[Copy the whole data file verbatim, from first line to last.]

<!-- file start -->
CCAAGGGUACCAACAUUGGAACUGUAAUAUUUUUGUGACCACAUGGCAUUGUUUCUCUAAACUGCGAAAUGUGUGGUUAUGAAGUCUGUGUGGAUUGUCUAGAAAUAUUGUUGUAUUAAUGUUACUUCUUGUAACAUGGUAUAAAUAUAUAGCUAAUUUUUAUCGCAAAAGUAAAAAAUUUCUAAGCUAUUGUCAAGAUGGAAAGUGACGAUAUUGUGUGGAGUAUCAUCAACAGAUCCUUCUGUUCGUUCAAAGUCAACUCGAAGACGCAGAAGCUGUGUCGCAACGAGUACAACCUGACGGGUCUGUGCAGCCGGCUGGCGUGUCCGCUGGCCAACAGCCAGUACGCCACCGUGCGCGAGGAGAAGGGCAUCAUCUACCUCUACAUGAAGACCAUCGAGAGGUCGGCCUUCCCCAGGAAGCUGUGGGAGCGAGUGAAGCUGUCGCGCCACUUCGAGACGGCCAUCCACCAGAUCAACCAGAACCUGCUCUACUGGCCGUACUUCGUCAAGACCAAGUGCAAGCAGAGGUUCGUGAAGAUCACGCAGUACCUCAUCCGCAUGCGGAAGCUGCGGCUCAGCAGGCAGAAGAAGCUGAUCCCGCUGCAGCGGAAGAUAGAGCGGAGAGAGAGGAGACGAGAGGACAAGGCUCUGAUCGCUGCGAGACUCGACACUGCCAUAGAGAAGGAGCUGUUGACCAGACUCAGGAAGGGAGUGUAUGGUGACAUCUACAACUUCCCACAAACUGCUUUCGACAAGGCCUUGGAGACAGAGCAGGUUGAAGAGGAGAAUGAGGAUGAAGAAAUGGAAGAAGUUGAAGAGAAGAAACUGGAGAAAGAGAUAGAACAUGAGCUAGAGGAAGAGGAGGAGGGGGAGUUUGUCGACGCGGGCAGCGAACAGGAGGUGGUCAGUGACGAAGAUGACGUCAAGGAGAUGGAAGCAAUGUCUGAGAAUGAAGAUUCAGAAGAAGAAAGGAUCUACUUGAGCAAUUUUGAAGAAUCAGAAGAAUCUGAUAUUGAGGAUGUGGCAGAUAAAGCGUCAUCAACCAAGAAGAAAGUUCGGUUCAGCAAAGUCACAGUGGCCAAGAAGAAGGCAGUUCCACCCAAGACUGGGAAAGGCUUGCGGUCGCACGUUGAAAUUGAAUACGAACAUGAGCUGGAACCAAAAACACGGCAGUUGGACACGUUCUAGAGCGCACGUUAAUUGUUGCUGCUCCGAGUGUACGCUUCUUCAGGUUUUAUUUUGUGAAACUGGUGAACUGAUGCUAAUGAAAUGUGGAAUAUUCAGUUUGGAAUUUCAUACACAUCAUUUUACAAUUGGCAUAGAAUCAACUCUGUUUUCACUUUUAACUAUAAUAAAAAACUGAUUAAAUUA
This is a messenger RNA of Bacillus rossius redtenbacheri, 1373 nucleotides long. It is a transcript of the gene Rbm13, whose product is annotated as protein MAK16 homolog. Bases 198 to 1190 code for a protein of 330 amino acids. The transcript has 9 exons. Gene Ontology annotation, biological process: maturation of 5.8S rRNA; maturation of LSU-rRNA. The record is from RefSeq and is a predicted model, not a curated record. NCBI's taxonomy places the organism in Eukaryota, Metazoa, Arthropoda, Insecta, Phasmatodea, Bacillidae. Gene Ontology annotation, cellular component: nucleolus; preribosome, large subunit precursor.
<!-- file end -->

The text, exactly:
CCAAGGGUACCAACAUUGGAACUGUAAUAUUUUUGUGACCACAUGGCAUUGUUUCUCUAAACUGCGAAAUGUGUGGUUAUGAAGUCUGUGUGGAUUGUCUAGAAAUAUUGUUGUAUUAAUGUUACUUCUUGUAACAUGGUAUAAAUAUAUAGCUAAUUUUUAUCGCAAAAGUAAAAAAUUUCUAAGCUAUUGUCAAGAUGGAAAGUGACGAUAUUGUGUGGAGUAUCAUCAACAGAUCCUUCUGUUCGUUCAAAGUCAACUCGAAGACGCAGAAGCUGUGUCGCAACGAGUACAACCUGACGGGUCUGUGCAGCCGGCUGGCGUGUCCGCUGGCCAACAGCCAGUACGCCACCGUGCGCGAGGAGAAGGGCAUCAUCUACCUCUACAUGAAGACCAUCGAGAGGUCGGCCUUCCCCAGGAAGCUGUGGGAGCGAGUGAAGCUGUCGCGCCACUUCGAGACGGCCAUCCACCAGAUCAACCAGAACCUGCUCUACUGGCCGUACUUCGUCAAGACCAAGUGCAAGCAGAGGUUCGUGAAGAUCACGCAGUACCUCAUCCGCAUGCGGAAGCUGCGGCUCAGCAGGCAGAAGAAGCUGAUCCCGCUGCAGCGGAAGAUAGAGCGGAGAGAGAGGAGACGAGAGGACAAGGCUCUGAUCGCUGCGAGACUCGACACUGCCAUAGAGAAGGAGCUGUUGACCAGACUCAGGAAGGGAGUGUAUGGUGACAUCUACAACUUCCCACAAACUGCUUUCGACAAGGCCUUGGAGACAGAGCAGGUUGAAGAGGAGAAUGAGGAUGAAGAAAUGGAAGAAGUUGAAGAGAAGAAACUGGAGAAAGAGAUAGAACAUGAGCUAGAGGAAGAGGAGGAGGGGGAGUUUGUCGACGCGGGCAGCGAACAGGAGGUGGUCAGUGACGAAGAUGACGUCAAGGAGAUGGAAGCAAUGUCUGAGAAUGAAGAUUCAGAAGAAGAAAGGAUCUACUUGAGCAAUUUUGAAGAAUCAGAAGAAUCUGAUAUUGAGGAUGUGGCAGAUAAAGCGUCAUCAACCAAGAAGAAAGUUCGGUUCAGCAAAGUCACAGUGGCCAAGAAGAAGGCAGUUCCACCCAAGACUGGGAAAGGCUUGCGGUCGCACGUUGAAAUUGAAUACGAACAUGAGCUGGAACCAAAAACACGGCAGUUGGACACGUUCUAGAGCGCACGUUAAUUGUUGCUGCUCCGAGUGUACGCUUCUUCAGGUUUUAUUUUGUGAAACUGGUGAACUGAUGCUAAUGAAAUGUGGAAUAUUCAGUUUGGAAUUUCAUACACAUCAUUUUACAAUUGGCAUAGAAUCAACUCUGUUUUCACUUUUAACUAUAAUAAAAAACUGAUUAAAUUA
This is a messenger RNA of Bacillus rossius redtenbacheri, 1373 nucleotides long. It is a transcript of the gene Rbm13, whose product is annotated as protein MAK16 homolog. Bases 198 to 1190 code for a protein of 330 amino acids. The transcript has 9 exons. Gene Ontology annotation, biological process: maturation of 5.8S rRNA; maturation of LSU-rRNA. The record is from RefSeq and is a predicted model, not a curated record. NCBI's taxonomy places the organism in Eukaryota, Metazoa, Arthropoda, Insecta, Phasmatodea, Bacillidae. Gene Ontology annotation, cellular component: nucleolus; preribosome, large subunit precursor.